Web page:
The pitch wasn’t the only place Diego Maradona liked to go fast. The soccer demigod was also a speed freak on the road. And now a Porsche he once loved to drive when he wasn’t busy banging in goals is headed to auction.
Early next month, a 1992 911 Type 962 Carrera 2 Convertible Works Turbo Look (WTL) that belonged to the late soccer great will go up for grabs at Bonham’s Les Grandes Marques du Monde à Paris sales event. But this sports car isn’t just special because it once belonged to “El Diego,” it’s also stands out as one of just 1,200 examples of the cabriolet to ever roll off the production line.
Maradona took possession of the gorgeous drop top in November 1992, during his one and only season for Sevilla, which would also prove to be his last in European soccer. Although only six years removed from leading Argentina to glory at the 1986 World Cup in Mexico City— during which he punched in his infamous “Hand of God” goal against England—the forward’s career had been derailed by his hard-partying lifestyle. Fresh off a 15-month ban for cocaine use, the troubled star was unable to resuscitate his career and his new Porsche was conceivably the biggest highlight of his brief stay with Los Palanganas.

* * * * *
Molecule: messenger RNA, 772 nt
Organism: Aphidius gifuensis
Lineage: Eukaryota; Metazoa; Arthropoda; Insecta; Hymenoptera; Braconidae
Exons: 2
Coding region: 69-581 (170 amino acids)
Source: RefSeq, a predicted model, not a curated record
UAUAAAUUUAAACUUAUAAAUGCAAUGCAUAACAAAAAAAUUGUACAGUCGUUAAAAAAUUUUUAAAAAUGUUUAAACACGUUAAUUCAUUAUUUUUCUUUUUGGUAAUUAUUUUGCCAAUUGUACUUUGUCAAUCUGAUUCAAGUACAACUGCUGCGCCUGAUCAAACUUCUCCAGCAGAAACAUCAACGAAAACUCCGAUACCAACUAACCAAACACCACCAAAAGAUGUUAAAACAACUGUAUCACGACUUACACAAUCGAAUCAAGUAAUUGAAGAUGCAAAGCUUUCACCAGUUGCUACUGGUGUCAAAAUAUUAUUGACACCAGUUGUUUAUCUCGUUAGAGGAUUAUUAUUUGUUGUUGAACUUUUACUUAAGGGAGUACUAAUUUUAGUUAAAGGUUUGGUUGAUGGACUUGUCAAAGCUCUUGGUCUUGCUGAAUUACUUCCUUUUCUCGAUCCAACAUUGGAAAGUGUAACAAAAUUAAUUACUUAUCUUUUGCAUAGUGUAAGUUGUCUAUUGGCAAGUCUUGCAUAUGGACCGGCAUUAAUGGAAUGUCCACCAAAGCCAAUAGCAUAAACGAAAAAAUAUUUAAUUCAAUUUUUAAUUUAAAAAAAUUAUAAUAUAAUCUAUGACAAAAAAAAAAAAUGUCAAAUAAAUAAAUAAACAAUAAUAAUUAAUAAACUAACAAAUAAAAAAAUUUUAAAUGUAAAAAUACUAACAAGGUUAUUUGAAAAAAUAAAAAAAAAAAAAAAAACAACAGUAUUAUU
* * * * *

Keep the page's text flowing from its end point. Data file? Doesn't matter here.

But even if his time in Sevilla was forgettable, Maradona’s convertible was still noteworthy. Finished in elegant silver and with black leather interior, it’s powered by an air-cooled 3.6-liter Carrera 2 engine that could churn out 250 horses and push the car to a top speed of 124 mph, according to the auction house. Maradona enjoyed pushing the car to its limits, too, and was once pulled over by armed police after he was caught driving through the Sevilla city center at 111 mph. The cabriolet was the top-of-the-range 911 available during the early ‘90s. Despite having over 75,000 miles on the odometer, the car has been well maintained and is described as being in “practically original” condition.
Maradona died last November of a heart attack suffered while recovering from brain surgery. He was 60. A week after his death, the Stadio San Paolo in Naples, Italy, where Napoli plays, was renamed the Stadio Diego Armando Maradona. While playing for the Blues from 1984 to 1991, Maradona experienced his best stretch in European soccer, scoring 115 goals and leading the club to its only two league titles in the 1986-87 and 1989-90 seasons.
Bonham’s Les Grandes Marques du Monde à Paris sales event will run from March 3 to 10, on the auction house’s website and app. Maradona’s 911 Carrera 2 convertible is expected to fetch between $180,000 and $240,000.